Sniff a glow here. Whiff a shine there. At least three fingers on each of her hands now reminded her of seashells, the deep salty ocean and the thrill of getting all dressed up, going to a nice restaurant, ordering a bottle of red wine, and then eating a beautifully prepared and presented dinner without using any silver ware. After their individually historic, monumental little hit-and-run, she lay basking in the lustily tossed and desperately twisted linens and wondered—though not as vividly or accurately as some of her more recently attended body parts—Didn’t it seem like his right hand was just a little bit cooler than his left? Or was it just me?
He wrote in his book: “CHAPTER SEVEN: The Love Scene,” and did not write anything else for the next three pages. In fact, he just sat there the rest of the night with the pencil in his hand, ready, hovering ever more pregnantly over the smooth white page, while he stared blankly out the window at the darkly shifting nightscape of tangerine-stained clouds and a stewed prune sky.
Still nothing. Still. Nothing.
Oscar lay in bed, fully clothed, looking at the ceiling but not seeing the ceiling. He saw, instead, her simple, thin, gold chain-link necklace lazily bobbing with a rhythmic, steady gentleness on the waves of her heartbeat as blood pulsed through the major artery just below the lightly tanned smooth skin of her neck… Right there where the neck curves to join the shoulder, but…. Right there where that soft slightly sunken triangle bordered on the south by the collarbone and on the north by the trapezius…. Right there where babies lay their heads to nap in their mother’s arms…. Right there where, when it’s exposed, women seem simultaneously vulnerable as if laying themselves open to invasion but powerfully graceful in an honestly naked, commandingly feminine sort of…. Right there Oscar thought would be the perfect place for another nipple. That’s what Oscar saw as he lay there staring at the blank ceiling.
Additionally, it didn’t help that her scent – describing to Oscar’s imagination a lazy Caribbean afternoon, lying on a beach with your love lightly glazed with sweat, the surf breaking suggestively in the background, audible most times just below her deeply relaxed, confident, promising breath – stubbornly and arrogantly fixed to his white linen shirt, drifted sneakily up to his nostrils as if on a secret mission from God to slowly change the forces of his nature, perhaps of all nature, so that the sun rises in the west and the horizon curves up at the edges.
It was deep into the night before Oscar went to sleep, and when he did he dreamt that he was sitting at a formal linen-draped table in an uptown restaurant, candle-lit, with his love. A man in a blue, crisp, epauleted, military-looking uniform – clearly not their waiter – came to their table and, with an attitude usually assumed by bad-news-bearing, government sanctioned employees, gave Oscar a ticket – a sitation! – for being with a woman who was much smarter, highly evolved, better than he.
Singing beer-drinking songs in French from her sorority, Oscar’s mother lay in the driveway changing the oil in their car while Oscar packed a peanut butter and jelly sandwich and a small bunch of grapes for a personal picnic. He was going to climb the hill in the park where he could look out over the rose city, the emerald river and the purple mountains napping majestically. The sky was a flat, far away, perfectly smooth, cool, clean blue and, at his departure, cloudless.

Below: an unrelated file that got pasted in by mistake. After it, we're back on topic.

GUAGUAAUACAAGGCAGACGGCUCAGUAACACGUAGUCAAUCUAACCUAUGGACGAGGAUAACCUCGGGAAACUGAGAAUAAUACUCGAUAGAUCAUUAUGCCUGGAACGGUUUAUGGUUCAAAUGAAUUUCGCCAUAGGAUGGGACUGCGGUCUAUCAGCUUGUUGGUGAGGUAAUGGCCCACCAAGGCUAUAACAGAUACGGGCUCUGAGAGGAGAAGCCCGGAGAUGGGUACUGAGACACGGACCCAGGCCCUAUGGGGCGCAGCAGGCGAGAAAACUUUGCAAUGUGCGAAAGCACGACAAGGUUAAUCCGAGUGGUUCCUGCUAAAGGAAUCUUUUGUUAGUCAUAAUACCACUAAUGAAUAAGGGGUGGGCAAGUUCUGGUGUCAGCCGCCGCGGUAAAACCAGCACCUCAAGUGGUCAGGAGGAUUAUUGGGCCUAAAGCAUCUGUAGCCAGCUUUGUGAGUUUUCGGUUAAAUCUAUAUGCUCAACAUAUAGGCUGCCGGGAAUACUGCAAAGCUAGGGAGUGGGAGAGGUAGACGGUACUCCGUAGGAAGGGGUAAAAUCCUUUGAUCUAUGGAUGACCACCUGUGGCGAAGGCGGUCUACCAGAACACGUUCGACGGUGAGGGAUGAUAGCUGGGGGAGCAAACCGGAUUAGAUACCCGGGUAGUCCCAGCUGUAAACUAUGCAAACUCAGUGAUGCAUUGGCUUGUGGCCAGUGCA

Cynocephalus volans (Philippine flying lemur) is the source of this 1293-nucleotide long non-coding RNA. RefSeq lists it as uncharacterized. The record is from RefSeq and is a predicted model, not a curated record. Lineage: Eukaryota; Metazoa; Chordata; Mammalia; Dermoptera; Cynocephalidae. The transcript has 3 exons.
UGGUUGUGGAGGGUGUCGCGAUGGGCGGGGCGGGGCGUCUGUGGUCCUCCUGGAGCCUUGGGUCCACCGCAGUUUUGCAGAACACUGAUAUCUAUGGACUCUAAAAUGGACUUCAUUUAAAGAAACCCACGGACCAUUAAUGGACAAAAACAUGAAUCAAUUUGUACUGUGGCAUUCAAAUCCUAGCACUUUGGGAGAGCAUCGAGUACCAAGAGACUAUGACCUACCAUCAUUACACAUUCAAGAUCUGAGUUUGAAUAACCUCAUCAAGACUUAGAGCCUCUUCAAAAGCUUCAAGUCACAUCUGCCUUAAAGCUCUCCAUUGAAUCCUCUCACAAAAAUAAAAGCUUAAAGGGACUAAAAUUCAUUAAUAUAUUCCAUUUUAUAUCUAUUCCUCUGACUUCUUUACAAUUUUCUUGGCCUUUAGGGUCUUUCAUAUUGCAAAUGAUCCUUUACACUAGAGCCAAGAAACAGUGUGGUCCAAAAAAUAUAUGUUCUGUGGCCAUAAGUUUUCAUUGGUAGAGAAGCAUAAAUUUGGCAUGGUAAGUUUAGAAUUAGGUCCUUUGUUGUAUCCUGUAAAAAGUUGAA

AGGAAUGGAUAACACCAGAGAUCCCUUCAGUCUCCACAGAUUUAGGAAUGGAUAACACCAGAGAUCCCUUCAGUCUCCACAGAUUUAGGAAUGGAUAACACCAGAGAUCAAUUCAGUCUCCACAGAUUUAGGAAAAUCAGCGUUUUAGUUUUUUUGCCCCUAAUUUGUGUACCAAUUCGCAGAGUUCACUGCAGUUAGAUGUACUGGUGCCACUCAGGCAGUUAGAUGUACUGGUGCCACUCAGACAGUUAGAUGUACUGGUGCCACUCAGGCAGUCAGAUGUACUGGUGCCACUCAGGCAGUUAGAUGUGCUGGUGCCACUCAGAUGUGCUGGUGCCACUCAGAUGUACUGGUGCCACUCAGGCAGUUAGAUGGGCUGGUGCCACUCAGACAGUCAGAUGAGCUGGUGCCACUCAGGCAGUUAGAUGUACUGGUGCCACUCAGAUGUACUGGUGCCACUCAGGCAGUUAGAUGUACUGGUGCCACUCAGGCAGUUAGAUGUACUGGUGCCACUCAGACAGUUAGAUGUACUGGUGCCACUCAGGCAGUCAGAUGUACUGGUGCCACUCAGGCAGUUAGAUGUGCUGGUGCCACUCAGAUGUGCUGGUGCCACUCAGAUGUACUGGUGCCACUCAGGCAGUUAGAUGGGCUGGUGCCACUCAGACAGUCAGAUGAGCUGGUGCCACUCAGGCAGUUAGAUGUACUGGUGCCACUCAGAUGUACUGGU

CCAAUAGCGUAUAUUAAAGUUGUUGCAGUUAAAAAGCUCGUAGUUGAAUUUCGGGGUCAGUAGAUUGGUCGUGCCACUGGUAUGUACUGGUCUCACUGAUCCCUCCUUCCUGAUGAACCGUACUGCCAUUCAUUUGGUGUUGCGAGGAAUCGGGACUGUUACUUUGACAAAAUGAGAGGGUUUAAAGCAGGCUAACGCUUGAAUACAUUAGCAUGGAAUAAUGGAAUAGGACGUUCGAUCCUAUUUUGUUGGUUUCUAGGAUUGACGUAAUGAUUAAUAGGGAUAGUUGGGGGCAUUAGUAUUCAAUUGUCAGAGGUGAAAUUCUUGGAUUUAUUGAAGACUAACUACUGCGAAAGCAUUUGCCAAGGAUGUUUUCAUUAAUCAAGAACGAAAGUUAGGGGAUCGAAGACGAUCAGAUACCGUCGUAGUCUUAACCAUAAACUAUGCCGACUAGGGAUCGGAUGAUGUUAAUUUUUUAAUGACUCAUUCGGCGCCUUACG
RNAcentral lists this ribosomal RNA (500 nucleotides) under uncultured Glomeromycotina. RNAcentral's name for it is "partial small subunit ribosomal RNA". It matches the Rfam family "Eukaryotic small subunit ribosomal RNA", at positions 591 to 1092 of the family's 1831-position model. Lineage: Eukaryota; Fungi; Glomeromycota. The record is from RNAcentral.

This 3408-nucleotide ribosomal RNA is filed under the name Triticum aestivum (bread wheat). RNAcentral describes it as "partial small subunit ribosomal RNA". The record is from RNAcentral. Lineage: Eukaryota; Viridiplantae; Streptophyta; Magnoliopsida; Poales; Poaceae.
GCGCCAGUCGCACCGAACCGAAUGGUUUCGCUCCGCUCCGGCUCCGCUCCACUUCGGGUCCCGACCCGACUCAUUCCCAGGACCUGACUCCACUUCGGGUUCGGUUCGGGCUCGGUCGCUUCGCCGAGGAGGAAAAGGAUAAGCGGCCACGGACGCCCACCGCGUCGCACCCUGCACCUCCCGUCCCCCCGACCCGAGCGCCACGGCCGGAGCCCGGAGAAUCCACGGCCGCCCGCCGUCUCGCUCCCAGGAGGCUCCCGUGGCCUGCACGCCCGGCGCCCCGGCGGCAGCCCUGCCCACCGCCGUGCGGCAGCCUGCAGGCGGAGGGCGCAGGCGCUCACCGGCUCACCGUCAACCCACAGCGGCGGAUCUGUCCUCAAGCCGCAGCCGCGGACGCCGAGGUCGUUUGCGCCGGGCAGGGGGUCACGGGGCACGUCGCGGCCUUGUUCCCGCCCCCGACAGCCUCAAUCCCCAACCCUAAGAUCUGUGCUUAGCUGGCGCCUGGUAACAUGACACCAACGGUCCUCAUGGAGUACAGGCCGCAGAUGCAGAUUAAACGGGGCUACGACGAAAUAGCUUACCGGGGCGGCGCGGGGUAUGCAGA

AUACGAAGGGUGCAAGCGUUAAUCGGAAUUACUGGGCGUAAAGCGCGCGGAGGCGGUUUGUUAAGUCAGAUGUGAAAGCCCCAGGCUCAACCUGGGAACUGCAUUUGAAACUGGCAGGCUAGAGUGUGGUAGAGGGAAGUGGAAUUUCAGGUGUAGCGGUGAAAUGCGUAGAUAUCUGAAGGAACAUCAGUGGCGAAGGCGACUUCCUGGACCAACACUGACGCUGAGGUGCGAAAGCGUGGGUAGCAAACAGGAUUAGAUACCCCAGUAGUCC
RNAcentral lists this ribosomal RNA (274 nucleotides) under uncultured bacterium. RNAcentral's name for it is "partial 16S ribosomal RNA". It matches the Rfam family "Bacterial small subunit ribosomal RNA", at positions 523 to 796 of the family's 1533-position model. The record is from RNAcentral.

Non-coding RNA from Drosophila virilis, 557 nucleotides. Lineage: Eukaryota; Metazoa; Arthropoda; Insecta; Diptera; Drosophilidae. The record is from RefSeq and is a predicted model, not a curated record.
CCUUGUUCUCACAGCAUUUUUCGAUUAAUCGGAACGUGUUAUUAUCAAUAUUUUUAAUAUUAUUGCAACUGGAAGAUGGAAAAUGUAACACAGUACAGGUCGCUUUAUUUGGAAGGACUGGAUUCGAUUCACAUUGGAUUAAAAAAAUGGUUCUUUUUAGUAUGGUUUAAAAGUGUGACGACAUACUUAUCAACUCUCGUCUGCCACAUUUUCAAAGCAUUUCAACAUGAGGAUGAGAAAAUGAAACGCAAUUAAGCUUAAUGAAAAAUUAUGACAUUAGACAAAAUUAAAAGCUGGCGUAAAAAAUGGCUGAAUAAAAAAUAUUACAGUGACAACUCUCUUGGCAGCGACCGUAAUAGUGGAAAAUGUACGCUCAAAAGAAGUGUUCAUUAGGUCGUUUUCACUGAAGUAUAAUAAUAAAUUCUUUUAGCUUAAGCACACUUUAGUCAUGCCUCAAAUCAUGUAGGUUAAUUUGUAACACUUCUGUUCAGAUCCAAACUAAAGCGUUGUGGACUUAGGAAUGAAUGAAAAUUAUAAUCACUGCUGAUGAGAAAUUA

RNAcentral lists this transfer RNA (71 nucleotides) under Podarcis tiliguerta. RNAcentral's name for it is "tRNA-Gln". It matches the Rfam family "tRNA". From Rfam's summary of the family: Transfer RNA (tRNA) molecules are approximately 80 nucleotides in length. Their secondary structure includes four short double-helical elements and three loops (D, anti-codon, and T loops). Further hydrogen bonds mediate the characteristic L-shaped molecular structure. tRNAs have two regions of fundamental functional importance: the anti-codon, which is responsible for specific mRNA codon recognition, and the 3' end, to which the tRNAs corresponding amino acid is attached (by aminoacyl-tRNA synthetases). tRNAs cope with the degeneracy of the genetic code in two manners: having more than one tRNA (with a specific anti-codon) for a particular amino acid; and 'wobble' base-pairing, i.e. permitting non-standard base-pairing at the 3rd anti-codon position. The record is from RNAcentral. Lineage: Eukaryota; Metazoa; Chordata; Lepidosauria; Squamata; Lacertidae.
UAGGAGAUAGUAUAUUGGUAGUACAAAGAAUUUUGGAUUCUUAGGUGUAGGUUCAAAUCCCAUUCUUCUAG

He walked and walked and eventually arrived, glowingly moist and panting happily, at the park straddling the city’s west hills. He found a clear, sunny spot with an unobstructed view of everything.
Breathing in and breathing out was all the fun he wanted to have for a while.
Finally, after a mute parade of four identical clouds shuffled by, Oscar decided it was time to eat. Removing the grapes and sandwich from the brown paper bag, he discovered that inside of the clear plastic baggie that had held his precious peanut butter and jelly (actually, blackberry jam with seeds – his favorite!) sandwich, there was now in its place a small bunch of honeysuckle. He opened the baggie, closed his eyes, inhaled the sweet perfume. After gently removing the flowers from the baggie, he sucked the honey from the tight, pinched end of the blossom. He felt his mind explode, his heart expand and his stomach shrink. A scary thing was happening: where were all these emotions and memories coming from? He now felt too full to eat any of the grapes.
Looking up, he suddenly felt like he had stumbled upon a most personal, singularly suggestive, sideways moment: in the distance a cloud hung by its tail on the tip of the tallest mountain, draping post-seductively in the breeze like one of his mother’s white silk slips that – with a short throaty laugh – had just been dropped to the floor but had gotten interrupted mid-flutter on the arrogant nose of an overly eager, hyperventilating lustily, powdered comically, wine-drinking cowboy.
There they were, Oscar and one of his favorite women, sitting on a downtown patio one warm sunny spring Sunday afternoon drinking iced teas – unsweet with extra lemons – smiling sweetly across the small wooden table at each other. Oscar was not aware of anyone else, the world was flat and the sun, the moon and the stars, all visible, revolved around their table where the conversation was comfortably spare but warm and ripe and dripping heavily with hope, fear, anticipation and the unknown magic from the tangy dust of citrusy fairy wings.
Oscar finally focused dreamily on the world going by.